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Taiwan Tati Cultural and Educational Foundation

Chinese products must be boycotted

Have you ever counted how many of your personal belongings were made in China? If you have not, try doing so. You might be surprised by how much you are unknowingly paying Chinese companies.

The idea of boycotting Chinese products is bound to spark controversy. As China buys about 40 percent of Taiwan’s exports, even politicians who are most vocal about Taiwanese sovereignty might have reservations about a boycott, which would surely provoke a retaliation from Beijing if implemented at a national level.


KMT’s unendearing display

Chinese Nationalist Party (KMT) Chairman Wu Den-yih (吳敦義) on Saturday urged the public to give the party another chance in the nine-in-one elections on Nov. 24 to “rebuild a happy and prosperous Taiwan, and a respected Republic of China,” promising the party would strive to achieve an honest government, a robust economy and a harmonious society.

Taiwanese are certainly no misers when it comes to giving politicians a second chance, as long as they can prove they can be responsive to voters’ demands.


People who identify as independents hit all-time high: poll

Both the pan-green and pan-blue camps are losing supporters, while the number of independent voters has reached an unprecedented high, a poll released yesterday by the Taiwanese Public Opinion Foundation showed.

The survey found that 57.3 percent of Taiwanese say the Democratic Progressive Party (DPP) and the Chinese Nationalist Party (KMT) should be replaced by a third party.


Ex-Olympic committee member’s motives questioned

Olympic bronze medalist and National Policy Adviser to the President Chi Cheng, third left, speaks at a public hearing discussing Taiwan’s bid to participate in international sports events under the name “Taiwan” in Taipei on March 14.
Photo: CNA

Former Sports Administration director-general Yang Chung-ho (楊忠和) yesterday questioned the motives of former Chinese Taipei Olympic Committee (CTOC) member Yao Yuan-chao (姚元潮), referring to a letter Yao sent to the International Olympic Committee (IOC) in April saying that a local alliance’s push for a change to Taiwan’s name in the Olympics was promoting Taiwanese independence.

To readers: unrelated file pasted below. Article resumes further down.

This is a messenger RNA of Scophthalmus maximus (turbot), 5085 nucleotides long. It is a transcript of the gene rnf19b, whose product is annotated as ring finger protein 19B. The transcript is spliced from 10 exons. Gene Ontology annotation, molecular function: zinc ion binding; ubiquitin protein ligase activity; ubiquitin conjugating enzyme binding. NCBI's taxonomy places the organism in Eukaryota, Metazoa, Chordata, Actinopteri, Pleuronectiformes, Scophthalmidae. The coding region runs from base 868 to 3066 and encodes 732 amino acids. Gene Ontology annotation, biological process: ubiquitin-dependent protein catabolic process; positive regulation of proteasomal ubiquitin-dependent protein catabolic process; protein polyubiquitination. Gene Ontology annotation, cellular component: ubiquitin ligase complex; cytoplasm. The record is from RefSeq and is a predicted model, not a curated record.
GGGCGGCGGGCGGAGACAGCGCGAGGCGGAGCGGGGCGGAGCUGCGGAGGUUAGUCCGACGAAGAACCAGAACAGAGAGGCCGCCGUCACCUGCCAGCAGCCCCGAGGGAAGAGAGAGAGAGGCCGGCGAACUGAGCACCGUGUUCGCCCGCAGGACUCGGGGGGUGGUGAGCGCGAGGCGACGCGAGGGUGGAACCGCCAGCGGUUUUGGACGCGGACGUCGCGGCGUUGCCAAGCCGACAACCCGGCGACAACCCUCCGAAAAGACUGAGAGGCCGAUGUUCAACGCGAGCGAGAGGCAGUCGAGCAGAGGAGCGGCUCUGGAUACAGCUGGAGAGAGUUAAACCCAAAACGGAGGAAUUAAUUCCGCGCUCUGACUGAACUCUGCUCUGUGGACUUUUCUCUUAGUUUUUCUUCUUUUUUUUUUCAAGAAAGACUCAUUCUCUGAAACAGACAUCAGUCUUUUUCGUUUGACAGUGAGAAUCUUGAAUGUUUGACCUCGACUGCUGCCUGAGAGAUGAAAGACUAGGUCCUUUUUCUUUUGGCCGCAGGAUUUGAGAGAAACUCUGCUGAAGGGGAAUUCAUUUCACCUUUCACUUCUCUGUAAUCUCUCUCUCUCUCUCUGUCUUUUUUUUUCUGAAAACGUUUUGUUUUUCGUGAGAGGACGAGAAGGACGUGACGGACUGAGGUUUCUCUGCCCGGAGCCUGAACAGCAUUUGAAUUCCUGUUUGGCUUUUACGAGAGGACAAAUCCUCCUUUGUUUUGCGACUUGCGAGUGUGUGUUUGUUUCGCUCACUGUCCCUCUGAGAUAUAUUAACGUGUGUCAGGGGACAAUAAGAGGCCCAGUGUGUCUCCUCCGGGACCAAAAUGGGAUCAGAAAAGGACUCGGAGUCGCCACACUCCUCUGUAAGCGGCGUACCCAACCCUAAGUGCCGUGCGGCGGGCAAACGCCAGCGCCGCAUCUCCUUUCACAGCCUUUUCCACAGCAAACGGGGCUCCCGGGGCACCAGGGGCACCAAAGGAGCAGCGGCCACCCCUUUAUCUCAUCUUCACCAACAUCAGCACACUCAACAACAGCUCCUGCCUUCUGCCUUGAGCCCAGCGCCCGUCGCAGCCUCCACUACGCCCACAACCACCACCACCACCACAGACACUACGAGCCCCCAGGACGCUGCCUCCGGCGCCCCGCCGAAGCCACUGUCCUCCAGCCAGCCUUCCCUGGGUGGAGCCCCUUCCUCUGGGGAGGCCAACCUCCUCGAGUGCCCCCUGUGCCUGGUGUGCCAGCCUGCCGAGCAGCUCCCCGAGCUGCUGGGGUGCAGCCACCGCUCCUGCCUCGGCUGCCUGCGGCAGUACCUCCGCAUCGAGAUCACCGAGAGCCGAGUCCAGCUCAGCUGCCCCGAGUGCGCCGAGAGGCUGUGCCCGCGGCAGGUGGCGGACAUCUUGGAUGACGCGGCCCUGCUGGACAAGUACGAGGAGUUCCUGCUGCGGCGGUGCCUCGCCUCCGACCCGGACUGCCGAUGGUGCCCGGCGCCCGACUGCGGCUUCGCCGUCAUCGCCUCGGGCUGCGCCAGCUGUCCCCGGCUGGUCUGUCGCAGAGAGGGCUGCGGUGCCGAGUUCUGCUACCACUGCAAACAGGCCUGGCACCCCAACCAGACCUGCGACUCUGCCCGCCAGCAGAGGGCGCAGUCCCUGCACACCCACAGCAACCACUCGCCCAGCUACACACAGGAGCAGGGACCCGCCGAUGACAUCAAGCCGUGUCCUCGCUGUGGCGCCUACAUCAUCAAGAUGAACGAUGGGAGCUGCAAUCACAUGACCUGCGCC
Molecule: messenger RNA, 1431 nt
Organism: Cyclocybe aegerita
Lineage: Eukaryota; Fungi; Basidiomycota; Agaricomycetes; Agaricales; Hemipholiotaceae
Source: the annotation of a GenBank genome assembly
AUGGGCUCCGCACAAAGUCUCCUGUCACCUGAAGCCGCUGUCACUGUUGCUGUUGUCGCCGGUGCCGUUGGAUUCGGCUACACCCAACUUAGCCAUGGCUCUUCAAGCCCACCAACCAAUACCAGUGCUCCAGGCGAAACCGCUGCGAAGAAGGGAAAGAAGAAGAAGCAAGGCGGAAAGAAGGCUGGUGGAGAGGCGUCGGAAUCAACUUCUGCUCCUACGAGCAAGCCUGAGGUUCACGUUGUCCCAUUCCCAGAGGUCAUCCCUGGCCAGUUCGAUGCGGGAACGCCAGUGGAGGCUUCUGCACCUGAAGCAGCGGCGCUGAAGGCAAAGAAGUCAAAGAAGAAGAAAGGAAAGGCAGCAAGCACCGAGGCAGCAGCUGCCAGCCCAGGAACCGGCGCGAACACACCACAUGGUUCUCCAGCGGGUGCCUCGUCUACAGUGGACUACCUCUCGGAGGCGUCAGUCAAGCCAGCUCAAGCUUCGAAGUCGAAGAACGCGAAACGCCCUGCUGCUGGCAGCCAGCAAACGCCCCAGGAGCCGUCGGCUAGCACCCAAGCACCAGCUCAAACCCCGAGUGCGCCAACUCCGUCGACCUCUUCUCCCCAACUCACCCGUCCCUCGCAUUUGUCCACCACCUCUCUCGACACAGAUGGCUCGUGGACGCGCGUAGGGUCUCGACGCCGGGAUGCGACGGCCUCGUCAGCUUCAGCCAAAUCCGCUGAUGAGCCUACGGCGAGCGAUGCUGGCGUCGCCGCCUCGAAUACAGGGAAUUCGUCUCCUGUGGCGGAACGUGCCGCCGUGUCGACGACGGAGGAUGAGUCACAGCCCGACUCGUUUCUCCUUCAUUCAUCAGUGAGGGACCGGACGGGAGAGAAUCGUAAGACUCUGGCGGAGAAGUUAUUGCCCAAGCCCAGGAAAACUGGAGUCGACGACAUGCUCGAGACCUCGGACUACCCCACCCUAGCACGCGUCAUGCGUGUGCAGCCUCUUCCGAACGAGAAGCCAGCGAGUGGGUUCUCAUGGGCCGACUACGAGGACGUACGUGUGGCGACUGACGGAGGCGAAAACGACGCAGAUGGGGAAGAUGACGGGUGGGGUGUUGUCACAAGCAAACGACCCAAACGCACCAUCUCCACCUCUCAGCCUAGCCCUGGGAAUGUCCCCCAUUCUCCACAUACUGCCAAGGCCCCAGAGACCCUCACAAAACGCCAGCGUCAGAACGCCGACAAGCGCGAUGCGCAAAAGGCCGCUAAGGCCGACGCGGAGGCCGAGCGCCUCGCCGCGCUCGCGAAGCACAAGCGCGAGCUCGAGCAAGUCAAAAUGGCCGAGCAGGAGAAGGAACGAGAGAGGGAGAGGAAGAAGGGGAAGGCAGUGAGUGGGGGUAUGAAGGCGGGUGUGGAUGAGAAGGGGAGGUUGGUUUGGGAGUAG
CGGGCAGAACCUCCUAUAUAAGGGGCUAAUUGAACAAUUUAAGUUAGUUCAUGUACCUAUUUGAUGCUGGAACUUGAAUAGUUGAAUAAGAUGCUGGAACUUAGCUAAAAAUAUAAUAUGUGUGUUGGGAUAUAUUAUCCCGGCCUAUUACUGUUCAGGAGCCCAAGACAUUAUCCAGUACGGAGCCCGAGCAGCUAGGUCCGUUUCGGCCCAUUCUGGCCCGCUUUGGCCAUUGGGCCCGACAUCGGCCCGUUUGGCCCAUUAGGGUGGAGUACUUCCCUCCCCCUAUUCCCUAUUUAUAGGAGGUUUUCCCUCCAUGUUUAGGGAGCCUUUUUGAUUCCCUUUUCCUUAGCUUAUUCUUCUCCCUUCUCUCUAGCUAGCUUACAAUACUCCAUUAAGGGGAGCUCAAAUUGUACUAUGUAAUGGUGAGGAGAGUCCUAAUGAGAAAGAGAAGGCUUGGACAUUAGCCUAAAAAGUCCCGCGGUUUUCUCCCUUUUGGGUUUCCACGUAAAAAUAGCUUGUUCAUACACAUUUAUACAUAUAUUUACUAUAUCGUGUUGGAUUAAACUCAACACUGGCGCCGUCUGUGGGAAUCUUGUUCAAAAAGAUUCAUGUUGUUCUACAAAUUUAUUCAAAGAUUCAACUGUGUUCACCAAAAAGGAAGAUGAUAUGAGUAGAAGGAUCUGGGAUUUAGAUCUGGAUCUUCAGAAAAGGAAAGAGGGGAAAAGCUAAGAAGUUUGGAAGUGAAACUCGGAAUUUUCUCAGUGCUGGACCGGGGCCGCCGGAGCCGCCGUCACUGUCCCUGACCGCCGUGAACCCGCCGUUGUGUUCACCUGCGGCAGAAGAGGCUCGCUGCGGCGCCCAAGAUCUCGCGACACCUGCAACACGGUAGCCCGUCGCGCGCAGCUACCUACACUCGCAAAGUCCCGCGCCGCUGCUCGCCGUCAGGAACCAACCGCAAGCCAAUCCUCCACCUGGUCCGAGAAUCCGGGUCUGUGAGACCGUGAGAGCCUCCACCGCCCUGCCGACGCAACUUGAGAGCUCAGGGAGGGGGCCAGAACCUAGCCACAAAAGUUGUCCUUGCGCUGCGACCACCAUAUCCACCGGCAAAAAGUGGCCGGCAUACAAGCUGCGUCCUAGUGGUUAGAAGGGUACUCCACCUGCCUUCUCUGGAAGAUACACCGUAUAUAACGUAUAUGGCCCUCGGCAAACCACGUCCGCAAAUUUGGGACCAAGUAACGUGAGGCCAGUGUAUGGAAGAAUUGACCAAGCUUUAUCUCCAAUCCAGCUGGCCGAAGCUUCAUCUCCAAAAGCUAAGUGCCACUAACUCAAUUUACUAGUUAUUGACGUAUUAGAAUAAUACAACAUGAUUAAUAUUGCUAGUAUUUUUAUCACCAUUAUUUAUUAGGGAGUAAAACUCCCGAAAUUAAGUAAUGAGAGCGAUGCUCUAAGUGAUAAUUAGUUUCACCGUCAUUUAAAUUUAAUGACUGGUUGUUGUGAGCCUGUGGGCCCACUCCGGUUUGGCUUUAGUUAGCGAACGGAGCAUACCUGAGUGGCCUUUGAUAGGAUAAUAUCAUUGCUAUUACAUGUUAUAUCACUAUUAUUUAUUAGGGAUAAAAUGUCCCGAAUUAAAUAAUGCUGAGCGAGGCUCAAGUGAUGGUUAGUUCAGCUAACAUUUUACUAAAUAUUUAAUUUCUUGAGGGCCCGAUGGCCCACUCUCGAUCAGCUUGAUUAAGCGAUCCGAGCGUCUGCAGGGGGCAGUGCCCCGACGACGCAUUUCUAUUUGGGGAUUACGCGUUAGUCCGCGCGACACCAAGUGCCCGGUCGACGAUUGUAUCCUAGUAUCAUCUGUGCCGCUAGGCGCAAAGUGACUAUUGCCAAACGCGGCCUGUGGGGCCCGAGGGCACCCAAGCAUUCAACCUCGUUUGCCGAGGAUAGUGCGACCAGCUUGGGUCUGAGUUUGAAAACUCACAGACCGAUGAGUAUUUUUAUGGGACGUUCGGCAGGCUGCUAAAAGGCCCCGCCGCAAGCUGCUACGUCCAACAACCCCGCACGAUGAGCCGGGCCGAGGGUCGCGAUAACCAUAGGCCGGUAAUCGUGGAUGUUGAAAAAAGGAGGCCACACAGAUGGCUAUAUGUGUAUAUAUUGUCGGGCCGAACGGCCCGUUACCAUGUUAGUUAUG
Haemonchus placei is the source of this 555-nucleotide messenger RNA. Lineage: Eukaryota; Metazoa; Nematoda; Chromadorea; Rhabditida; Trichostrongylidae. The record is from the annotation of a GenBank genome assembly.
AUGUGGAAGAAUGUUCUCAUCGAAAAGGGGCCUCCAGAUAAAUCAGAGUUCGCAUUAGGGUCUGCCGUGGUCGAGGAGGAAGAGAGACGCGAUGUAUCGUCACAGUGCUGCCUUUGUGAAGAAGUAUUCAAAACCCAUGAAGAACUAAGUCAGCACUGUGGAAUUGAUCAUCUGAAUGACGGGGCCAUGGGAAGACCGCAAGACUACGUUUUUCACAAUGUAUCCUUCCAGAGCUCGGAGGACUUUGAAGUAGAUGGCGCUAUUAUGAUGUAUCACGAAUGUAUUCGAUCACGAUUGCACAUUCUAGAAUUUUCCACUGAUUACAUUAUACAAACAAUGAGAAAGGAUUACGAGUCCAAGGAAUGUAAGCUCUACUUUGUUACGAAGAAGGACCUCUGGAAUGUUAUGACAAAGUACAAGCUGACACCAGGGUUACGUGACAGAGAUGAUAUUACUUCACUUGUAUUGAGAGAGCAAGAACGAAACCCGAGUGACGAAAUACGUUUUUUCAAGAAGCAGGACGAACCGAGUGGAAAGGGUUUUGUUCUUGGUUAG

Building a nation that is free from fake news

There have been reports about an oversupply of bananas, pineapples and dragon fruit — which will soon be in season — and collapsing prices. Pictures of bananas and pineapples being dumped have also appeared online. However, a closer look reveals that many of these photographs are either from China, or simply fake.

Spreading fake news about a price collapse could affect consumers’ choices, or even mislead them to think that they are being overcharged. Such fake news affects trading and hurts farmers’ incomes.


Tsai shows signs of Stockholm syndrome

Does the government have Stockholm syndrome? A little more than two years have passed since President Tsai Ing-wen (蔡英文) took office. As well as repeatedly calling for maintaining the “status quo” in cross-strait relations, her administration has recently been promoting the idea of a meeting between Tsai and Chinese President Xi Jinping (習近平).

The government’s words and deeds in this respect give the impression that its strategy has gone badly off course and it is starting to sink.

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There is no question that Taiwan will come up when US President Barack Obama and Chinese President Xi Jinping (習近平) meet in California this week, former American Institute in Taiwan (AIT) chairman Richard Bush said.

In view of Beijing’s regular statements that Taiwan is the “most sensitive and important” issue in US-China relations, the topic will be raised at some point during meeting between the two leaders, added Bush, who is now the director of the Center for Northeast Asian Policy Studies at the Brookings Institute.